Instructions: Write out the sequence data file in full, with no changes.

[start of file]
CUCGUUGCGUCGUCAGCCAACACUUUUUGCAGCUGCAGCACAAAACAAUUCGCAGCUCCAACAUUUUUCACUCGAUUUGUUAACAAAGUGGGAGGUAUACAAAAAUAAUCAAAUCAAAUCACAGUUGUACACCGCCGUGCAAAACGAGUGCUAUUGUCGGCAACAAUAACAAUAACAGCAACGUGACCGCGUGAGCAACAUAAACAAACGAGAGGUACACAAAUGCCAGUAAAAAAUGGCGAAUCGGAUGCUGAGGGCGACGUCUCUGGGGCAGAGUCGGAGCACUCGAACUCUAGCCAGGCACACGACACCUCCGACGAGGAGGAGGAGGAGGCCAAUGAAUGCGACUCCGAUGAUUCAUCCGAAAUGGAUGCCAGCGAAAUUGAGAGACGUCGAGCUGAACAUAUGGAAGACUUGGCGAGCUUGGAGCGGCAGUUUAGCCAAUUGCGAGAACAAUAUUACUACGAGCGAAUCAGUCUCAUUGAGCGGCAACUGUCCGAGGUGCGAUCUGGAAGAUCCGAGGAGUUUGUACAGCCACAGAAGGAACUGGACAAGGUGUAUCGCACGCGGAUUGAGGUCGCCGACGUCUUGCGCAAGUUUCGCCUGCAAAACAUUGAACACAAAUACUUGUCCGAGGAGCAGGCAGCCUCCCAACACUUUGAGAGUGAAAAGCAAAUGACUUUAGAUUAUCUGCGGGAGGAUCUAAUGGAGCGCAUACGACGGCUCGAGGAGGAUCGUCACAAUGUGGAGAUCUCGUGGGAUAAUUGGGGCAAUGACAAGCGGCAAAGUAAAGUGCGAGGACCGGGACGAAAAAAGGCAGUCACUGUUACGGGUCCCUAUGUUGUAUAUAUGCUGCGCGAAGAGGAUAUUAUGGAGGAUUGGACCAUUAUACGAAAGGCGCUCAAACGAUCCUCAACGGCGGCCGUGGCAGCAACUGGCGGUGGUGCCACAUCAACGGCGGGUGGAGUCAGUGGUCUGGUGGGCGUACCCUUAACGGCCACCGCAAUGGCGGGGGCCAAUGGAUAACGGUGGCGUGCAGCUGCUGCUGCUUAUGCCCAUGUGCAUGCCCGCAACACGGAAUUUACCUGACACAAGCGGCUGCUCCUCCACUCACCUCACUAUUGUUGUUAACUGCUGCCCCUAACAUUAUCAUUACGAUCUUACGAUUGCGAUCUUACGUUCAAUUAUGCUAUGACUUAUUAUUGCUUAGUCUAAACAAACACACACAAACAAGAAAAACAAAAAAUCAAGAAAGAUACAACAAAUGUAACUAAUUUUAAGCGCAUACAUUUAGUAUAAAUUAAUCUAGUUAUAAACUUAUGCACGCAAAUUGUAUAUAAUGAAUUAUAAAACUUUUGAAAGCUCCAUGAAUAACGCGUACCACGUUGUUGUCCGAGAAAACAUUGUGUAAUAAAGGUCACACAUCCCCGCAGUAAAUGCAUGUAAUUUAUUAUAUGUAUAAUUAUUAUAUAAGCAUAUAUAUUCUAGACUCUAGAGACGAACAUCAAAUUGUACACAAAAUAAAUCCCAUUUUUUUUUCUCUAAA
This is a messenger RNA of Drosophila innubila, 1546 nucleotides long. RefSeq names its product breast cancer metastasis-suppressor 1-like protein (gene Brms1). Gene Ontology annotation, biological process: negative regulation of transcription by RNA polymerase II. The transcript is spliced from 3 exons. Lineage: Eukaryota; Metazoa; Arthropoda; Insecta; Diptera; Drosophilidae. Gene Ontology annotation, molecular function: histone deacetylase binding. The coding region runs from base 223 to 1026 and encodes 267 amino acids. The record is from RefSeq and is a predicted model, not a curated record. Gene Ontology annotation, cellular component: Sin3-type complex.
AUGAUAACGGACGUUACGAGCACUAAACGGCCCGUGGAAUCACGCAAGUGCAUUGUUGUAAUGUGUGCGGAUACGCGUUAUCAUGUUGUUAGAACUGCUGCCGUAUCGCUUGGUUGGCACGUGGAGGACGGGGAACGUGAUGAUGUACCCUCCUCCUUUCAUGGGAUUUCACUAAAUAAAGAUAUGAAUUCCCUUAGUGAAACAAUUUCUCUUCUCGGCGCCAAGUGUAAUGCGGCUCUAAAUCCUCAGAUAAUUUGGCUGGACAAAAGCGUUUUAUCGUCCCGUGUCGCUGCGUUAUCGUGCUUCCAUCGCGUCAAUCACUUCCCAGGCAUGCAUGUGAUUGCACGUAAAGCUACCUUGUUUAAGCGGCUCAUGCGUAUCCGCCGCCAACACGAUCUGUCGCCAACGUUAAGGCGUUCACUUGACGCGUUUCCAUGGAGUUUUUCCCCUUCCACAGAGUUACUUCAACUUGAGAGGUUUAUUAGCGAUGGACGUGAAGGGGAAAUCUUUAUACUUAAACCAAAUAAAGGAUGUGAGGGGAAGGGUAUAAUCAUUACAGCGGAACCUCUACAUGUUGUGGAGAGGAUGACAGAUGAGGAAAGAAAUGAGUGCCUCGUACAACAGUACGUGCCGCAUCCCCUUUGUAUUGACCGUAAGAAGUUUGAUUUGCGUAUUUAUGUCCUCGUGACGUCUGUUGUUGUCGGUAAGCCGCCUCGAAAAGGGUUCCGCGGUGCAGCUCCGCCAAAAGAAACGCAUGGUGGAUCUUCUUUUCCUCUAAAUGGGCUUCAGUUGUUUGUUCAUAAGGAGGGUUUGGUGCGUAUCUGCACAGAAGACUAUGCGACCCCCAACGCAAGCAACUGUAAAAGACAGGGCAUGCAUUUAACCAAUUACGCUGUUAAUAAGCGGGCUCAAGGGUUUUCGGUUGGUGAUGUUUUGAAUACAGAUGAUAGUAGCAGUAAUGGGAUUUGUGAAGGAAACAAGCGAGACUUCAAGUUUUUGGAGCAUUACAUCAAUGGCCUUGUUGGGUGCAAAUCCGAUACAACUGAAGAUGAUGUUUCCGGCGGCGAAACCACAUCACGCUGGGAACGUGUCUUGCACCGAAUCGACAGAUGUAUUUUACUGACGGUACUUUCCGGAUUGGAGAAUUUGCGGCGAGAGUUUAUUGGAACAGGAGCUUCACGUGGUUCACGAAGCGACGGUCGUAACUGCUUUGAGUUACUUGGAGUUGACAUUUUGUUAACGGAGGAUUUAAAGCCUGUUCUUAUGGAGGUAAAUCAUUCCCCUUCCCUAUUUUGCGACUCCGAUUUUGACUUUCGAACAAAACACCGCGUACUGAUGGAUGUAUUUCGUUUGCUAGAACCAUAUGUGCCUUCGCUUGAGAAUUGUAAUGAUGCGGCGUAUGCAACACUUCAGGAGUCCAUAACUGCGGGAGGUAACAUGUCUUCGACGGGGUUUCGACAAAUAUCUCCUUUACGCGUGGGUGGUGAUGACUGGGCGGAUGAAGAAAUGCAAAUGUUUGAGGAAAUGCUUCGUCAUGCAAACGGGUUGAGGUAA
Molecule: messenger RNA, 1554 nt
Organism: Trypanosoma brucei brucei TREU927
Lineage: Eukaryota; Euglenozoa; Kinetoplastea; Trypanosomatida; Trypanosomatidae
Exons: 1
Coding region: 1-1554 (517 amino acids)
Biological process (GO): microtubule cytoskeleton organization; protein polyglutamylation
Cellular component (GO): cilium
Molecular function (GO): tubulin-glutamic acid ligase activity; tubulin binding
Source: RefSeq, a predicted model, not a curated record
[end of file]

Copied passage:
CUCGUUGCGUCGUCAGCCAACACUUUUUGCAGCUGCAGCACAAAACAAUUCGCAGCUCCAACAUUUUUCACUCGAUUUGUUAACAAAGUGGGAGGUAUACAAAAAUAAUCAAAUCAAAUCACAGUUGUACACCGCCGUGCAAAACGAGUGCUAUUGUCGGCAACAAUAACAAUAACAGCAACGUGACCGCGUGAGCAACAUAAACAAACGAGAGGUACACAAAUGCCAGUAAAAAAUGGCGAAUCGGAUGCUGAGGGCGACGUCUCUGGGGCAGAGUCGGAGCACUCGAACUCUAGCCAGGCACACGACACCUCCGACGAGGAGGAGGAGGAGGCCAAUGAAUGCGACUCCGAUGAUUCAUCCGAAAUGGAUGCCAGCGAAAUUGAGAGACGUCGAGCUGAACAUAUGGAAGACUUGGCGAGCUUGGAGCGGCAGUUUAGCCAAUUGCGAGAACAAUAUUACUACGAGCGAAUCAGUCUCAUUGAGCGGCAACUGUCCGAGGUGCGAUCUGGAAGAUCCGAGGAGUUUGUACAGCCACAGAAGGAACUGGACAAGGUGUAUCGCACGCGGAUUGAGGUCGCCGACGUCUUGCGCAAGUUUCGCCUGCAAAACAUUGAACACAAAUACUUGUCCGAGGAGCAGGCAGCCUCCCAACACUUUGAGAGUGAAAAGCAAAUGACUUUAGAUUAUCUGCGGGAGGAUCUAAUGGAGCGCAUACGACGGCUCGAGGAGGAUCGUCACAAUGUGGAGAUCUCGUGGGAUAAUUGGGGCAAUGACAAGCGGCAAAGUAAAGUGCGAGGACCGGGACGAAAAAAGGCAGUCACUGUUACGGGUCCCUAUGUUGUAUAUAUGCUGCGCGAAGAGGAUAUUAUGGAGGAUUGGACCAUUAUACGAAAGGCGCUCAAACGAUCCUCAACGGCGGCCGUGGCAGCAACUGGCGGUGGUGCCACAUCAACGGCGGGUGGAGUCAGUGGUCUGGUGGGCGUACCCUUAACGGCCACCGCAAUGGCGGGGGCCAAUGGAUAACGGUGGCGUGCAGCUGCUGCUGCUUAUGCCCAUGUGCAUGCCCGCAACACGGAAUUUACCUGACACAAGCGGCUGCUCCUCCACUCACCUCACUAUUGUUGUUAACUGCUGCCCCUAACAUUAUCAUUACGAUCUUACGAUUGCGAUCUUACGUUCAAUUAUGCUAUGACUUAUUAUUGCUUAGUCUAAACAAACACACACAAACAAGAAAAACAAAAAAUCAAGAAAGAUACAACAAAUGUAACUAAUUUUAAGCGCAUACAUUUAGUAUAAAUUAAUCUAGUUAUAAACUUAUGCACGCAAAUUGUAUAUAAUGAAUUAUAAAACUUUUGAAAGCUCCAUGAAUAACGCGUACCACGUUGUUGUCCGAGAAAACAUUGUGUAAUAAAGGUCACACAUCCCCGCAGUAAAUGCAUGUAAUUUAUUAUAUGUAUAAUUAUUAUAUAAGCAUAUAUAUUCUAGACUCUAGAGACGAACAUCAAAUUGUACACAAAAUAAAUCCCAUUUUUUUUUCUCUAAA
This is a messenger RNA of Drosophila innubila, 1546 nucleotides long. RefSeq names its product breast cancer metastasis-suppressor 1-like protein (gene Brms1). Gene Ontology annotation, biological process: negative regulation of transcription by RNA polymerase II. The transcript is spliced from 3 exons. Lineage: Eukaryota; Metazoa; Arthropoda; Insecta; Diptera; Drosophilidae. Gene Ontology annotation, molecular function: histone deacetylase binding. The coding region runs from base 223 to 1026 and encodes 267 amino acids. The record is from RefSeq and is a predicted model, not a curated record. Gene Ontology annotation, cellular component: Sin3-type complex.
AUGAUAACGGACGUUACGAGCACUAAACGGCCCGUGGAAUCACGCAAGUGCAUUGUUGUAAUGUGUGCGGAUACGCGUUAUCAUGUUGUUAGAACUGCUGCCGUAUCGCUUGGUUGGCACGUGGAGGACGGGGAACGUGAUGAUGUACCCUCCUCCUUUCAUGGGAUUUCACUAAAUAAAGAUAUGAAUUCCCUUAGUGAAACAAUUUCUCUUCUCGGCGCCAAGUGUAAUGCGGCUCUAAAUCCUCAGAUAAUUUGGCUGGACAAAAGCGUUUUAUCGUCCCGUGUCGCUGCGUUAUCGUGCUUCCAUCGCGUCAAUCACUUCCCAGGCAUGCAUGUGAUUGCACGUAAAGCUACCUUGUUUAAGCGGCUCAUGCGUAUCCGCCGCCAACACGAUCUGUCGCCAACGUUAAGGCGUUCACUUGACGCGUUUCCAUGGAGUUUUUCCCCUUCCACAGAGUUACUUCAACUUGAGAGGUUUAUUAGCGAUGGACGUGAAGGGGAAAUCUUUAUACUUAAACCAAAUAAAGGAUGUGAGGGGAAGGGUAUAAUCAUUACAGCGGAACCUCUACAUGUUGUGGAGAGGAUGACAGAUGAGGAAAGAAAUGAGUGCCUCGUACAACAGUACGUGCCGCAUCCCCUUUGUAUUGACCGUAAGAAGUUUGAUUUGCGUAUUUAUGUCCUCGUGACGUCUGUUGUUGUCGGUAAGCCGCCUCGAAAAGGGUUCCGCGGUGCAGCUCCGCCAAAAGAAACGCAUGGUGGAUCUUCUUUUCCUCUAAAUGGGCUUCAGUUGUUUGUUCAUAAGGAGGGUUUGGUGCGUAUCUGCACAGAAGACUAUGCGACCCCCAACGCAAGCAACUGUAAAAGACAGGGCAUGCAUUUAACCAAUUACGCUGUUAAUAAGCGGGCUCAAGGGUUUUCGGUUGGUGAUGUUUUGAAUACAGAUGAUAGUAGCAGUAAUGGGAUUUGUGAAGGAAACAAGCGAGACUUCAAGUUUUUGGAGCAUUACAUCAAUGGCCUUGUUGGGUGCAAAUCCGAUACAACUGAAGAUGAUGUUUCCGGCGGCGAAACCACAUCACGCUGGGAACGUGUCUUGCACCGAAUCGACAGAUGUAUUUUACUGACGGUACUUUCCGGAUUGGAGAAUUUGCGGCGAGAGUUUAUUGGAACAGGAGCUUCACGUGGUUCACGAAGCGACGGUCGUAACUGCUUUGAGUUACUUGGAGUUGACAUUUUGUUAACGGAGGAUUUAAAGCCUGUUCUUAUGGAGGUAAAUCAUUCCCCUUCCCUAUUUUGCGACUCCGAUUUUGACUUUCGAACAAAACACCGCGUACUGAUGGAUGUAUUUCGUUUGCUAGAACCAUAUGUGCCUUCGCUUGAGAAUUGUAAUGAUGCGGCGUAUGCAACACUUCAGGAGUCCAUAACUGCGGGAGGUAACAUGUCUUCGACGGGGUUUCGACAAAUAUCUCCUUUACGCGUGGGUGGUGAUGACUGGGCGGAUGAAGAAAUGCAAAUGUUUGAGGAAAUGCUUCGUCAUGCAAACGGGUUGAGGUAA
Molecule: messenger RNA, 1554 nt
Organism: Trypanosoma brucei brucei TREU927
Lineage: Eukaryota; Euglenozoa; Kinetoplastea; Trypanosomatida; Trypanosomatidae
Exons: 1
Coding region: 1-1554 (517 amino acids)
Biological process (GO): microtubule cytoskeleton organization; protein polyglutamylation
Cellular component (GO): cilium
Molecular function (GO): tubulin-glutamic acid ligase activity; tubulin binding
Source: RefSeq, a predicted model, not a curated record